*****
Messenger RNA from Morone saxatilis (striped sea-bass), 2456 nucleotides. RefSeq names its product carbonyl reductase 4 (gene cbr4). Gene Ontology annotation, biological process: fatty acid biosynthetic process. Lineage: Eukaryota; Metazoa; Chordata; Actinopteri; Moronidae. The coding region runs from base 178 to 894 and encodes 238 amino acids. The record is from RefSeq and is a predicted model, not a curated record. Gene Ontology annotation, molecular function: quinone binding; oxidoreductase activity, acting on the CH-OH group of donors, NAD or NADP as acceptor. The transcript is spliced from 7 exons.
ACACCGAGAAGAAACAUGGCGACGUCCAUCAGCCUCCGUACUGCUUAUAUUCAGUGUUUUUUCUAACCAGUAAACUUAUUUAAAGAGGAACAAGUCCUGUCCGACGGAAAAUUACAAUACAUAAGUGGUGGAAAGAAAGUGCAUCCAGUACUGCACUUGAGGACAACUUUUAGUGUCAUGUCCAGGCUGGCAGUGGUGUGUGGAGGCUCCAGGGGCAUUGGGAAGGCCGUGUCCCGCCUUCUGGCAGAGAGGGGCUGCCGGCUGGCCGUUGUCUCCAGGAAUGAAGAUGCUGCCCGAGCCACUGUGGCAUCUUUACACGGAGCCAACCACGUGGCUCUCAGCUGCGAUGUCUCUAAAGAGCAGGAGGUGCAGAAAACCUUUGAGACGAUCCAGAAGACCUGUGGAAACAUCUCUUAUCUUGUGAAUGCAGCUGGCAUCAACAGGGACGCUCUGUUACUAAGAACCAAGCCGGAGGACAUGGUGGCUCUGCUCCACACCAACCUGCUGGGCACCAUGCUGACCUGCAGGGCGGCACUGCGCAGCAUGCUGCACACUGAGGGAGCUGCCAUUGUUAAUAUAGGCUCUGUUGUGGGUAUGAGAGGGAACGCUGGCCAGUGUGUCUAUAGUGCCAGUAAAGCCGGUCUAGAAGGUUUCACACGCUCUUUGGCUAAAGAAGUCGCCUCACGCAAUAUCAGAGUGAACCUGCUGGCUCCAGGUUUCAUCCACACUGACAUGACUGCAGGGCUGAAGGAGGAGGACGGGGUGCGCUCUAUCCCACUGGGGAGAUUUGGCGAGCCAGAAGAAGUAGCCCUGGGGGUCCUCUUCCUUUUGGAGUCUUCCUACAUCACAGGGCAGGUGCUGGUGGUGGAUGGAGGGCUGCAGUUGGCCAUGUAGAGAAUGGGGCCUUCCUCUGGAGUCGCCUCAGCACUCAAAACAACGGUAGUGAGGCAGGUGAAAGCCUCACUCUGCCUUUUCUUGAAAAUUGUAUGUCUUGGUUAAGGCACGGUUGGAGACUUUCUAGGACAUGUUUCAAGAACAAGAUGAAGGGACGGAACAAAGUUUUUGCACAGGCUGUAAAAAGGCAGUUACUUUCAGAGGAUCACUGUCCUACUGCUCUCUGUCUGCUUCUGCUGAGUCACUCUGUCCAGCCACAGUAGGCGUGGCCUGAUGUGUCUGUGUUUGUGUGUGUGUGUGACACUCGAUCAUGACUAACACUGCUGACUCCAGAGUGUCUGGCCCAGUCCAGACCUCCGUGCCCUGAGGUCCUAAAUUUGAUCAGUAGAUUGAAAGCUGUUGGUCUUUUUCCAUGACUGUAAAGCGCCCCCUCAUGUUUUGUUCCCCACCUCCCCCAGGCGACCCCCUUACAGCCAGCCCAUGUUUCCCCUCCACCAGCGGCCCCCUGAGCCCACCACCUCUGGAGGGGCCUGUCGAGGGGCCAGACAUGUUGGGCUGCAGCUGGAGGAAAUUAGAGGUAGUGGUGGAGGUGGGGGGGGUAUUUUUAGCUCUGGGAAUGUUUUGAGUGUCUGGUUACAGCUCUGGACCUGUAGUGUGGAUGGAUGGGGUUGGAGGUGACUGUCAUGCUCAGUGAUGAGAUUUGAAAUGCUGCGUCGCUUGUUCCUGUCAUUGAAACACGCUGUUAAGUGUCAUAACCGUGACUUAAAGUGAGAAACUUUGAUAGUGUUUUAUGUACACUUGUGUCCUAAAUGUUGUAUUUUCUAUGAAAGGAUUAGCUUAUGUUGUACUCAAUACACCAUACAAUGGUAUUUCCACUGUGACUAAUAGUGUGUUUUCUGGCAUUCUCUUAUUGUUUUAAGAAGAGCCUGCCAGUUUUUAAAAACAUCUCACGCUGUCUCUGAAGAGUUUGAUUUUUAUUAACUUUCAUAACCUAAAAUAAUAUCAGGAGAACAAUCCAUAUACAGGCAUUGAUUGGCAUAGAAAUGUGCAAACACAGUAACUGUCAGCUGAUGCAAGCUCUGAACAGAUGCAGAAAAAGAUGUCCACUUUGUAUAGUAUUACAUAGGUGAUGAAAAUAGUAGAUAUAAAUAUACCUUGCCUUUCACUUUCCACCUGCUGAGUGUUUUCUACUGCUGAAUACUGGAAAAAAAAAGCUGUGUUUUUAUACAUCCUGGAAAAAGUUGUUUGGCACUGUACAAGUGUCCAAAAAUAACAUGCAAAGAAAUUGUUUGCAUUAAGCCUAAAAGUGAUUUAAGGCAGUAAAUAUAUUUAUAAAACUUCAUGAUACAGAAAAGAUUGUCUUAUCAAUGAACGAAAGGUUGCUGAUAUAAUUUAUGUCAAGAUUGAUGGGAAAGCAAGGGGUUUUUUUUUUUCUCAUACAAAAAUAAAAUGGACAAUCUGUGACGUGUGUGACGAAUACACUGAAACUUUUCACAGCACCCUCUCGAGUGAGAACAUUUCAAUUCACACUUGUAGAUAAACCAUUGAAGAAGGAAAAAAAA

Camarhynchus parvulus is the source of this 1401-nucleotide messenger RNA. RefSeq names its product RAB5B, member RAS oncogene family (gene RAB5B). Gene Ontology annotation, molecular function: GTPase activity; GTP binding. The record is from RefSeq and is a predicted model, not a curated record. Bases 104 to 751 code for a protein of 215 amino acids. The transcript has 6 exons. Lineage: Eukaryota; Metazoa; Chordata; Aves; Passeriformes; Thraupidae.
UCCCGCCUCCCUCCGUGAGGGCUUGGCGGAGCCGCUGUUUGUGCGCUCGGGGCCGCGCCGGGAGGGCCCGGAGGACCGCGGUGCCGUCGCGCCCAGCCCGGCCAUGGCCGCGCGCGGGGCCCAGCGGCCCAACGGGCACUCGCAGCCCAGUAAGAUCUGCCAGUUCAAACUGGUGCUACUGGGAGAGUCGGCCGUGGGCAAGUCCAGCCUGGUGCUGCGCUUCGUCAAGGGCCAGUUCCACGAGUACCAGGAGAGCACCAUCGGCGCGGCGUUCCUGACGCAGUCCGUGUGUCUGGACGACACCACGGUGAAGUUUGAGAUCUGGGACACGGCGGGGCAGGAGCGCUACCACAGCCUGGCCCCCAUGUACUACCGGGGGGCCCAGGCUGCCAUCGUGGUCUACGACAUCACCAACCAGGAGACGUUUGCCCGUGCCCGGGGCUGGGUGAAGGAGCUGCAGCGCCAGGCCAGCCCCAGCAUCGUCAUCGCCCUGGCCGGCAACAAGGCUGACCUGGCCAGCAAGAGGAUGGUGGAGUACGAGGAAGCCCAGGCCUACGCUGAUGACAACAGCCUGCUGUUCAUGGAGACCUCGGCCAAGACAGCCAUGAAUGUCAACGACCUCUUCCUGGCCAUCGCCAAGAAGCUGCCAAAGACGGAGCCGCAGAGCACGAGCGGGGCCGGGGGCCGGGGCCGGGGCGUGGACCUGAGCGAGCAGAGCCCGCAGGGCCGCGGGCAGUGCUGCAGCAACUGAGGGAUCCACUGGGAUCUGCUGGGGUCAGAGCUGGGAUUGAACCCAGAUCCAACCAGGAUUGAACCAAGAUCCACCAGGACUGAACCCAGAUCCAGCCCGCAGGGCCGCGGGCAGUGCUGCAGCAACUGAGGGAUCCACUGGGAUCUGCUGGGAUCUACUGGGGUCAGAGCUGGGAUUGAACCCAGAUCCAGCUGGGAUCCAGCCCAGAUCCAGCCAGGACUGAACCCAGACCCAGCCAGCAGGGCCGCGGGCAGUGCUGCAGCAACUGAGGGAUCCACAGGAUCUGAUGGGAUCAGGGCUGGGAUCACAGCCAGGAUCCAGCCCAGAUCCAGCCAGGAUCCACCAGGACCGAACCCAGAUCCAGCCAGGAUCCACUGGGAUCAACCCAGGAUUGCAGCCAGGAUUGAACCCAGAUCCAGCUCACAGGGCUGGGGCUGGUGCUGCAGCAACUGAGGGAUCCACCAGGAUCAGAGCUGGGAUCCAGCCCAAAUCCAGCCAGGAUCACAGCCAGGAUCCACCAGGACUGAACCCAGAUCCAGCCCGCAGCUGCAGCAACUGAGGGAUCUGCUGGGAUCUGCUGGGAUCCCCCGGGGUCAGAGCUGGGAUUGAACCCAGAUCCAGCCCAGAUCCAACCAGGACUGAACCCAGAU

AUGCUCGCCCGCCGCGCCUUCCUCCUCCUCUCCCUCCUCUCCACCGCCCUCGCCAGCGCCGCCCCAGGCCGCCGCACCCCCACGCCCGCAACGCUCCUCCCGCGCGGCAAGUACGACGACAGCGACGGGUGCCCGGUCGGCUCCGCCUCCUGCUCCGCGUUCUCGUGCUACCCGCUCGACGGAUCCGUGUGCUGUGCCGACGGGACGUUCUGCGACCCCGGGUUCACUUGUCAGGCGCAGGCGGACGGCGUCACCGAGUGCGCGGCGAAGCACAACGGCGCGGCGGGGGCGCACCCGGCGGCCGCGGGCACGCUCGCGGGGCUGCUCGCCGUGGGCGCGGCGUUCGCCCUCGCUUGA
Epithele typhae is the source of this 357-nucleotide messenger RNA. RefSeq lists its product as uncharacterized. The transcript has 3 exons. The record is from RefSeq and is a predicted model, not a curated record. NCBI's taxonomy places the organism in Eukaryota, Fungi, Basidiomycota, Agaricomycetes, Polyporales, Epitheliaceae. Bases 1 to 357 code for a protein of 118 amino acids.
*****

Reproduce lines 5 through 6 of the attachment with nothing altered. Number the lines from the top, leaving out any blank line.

AUGCUCGCCCGCCGCGCCUUCCUCCUCCUCUCCCUCCUCUCCACCGCCCUCGCCAGCGCCGCCCCAGGCCGCCGCACCCCCACGCCCGCAACGCUCCUCCCGCGCGGCAAGUACGACGACAGCGACGGGUGCCCGGUCGGCUCCGCCUCCUGCUCCGCGUUCUCGUGCUACCCGCUCGACGGAUCCGUGUGCUGUGCCGACGGGACGUUCUGCGACCCCGGGUUCACUUGUCAGGCGCAGGCGGACGGCGUCACCGAGUGCGCGGCGAAGCACAACGGCGCGGCGGGGGCGCACCCGGCGGCCGCGGGCACGCUCGCGGGGCUGCUCGCCGUGGGCGCGGCGUUCGCCCUCGCUUGA
Epithele typhae is the source of this 357-nucleotide messenger RNA. RefSeq lists its product as uncharacterized. The transcript has 3 exons. The record is from RefSeq and is a predicted model, not a curated record. NCBI's taxonomy places the organism in Eukaryota, Fungi, Basidiomycota, Agaricomycetes, Polyporales, Epitheliaceae. Bases 1 to 357 code for a protein of 118 amino acids.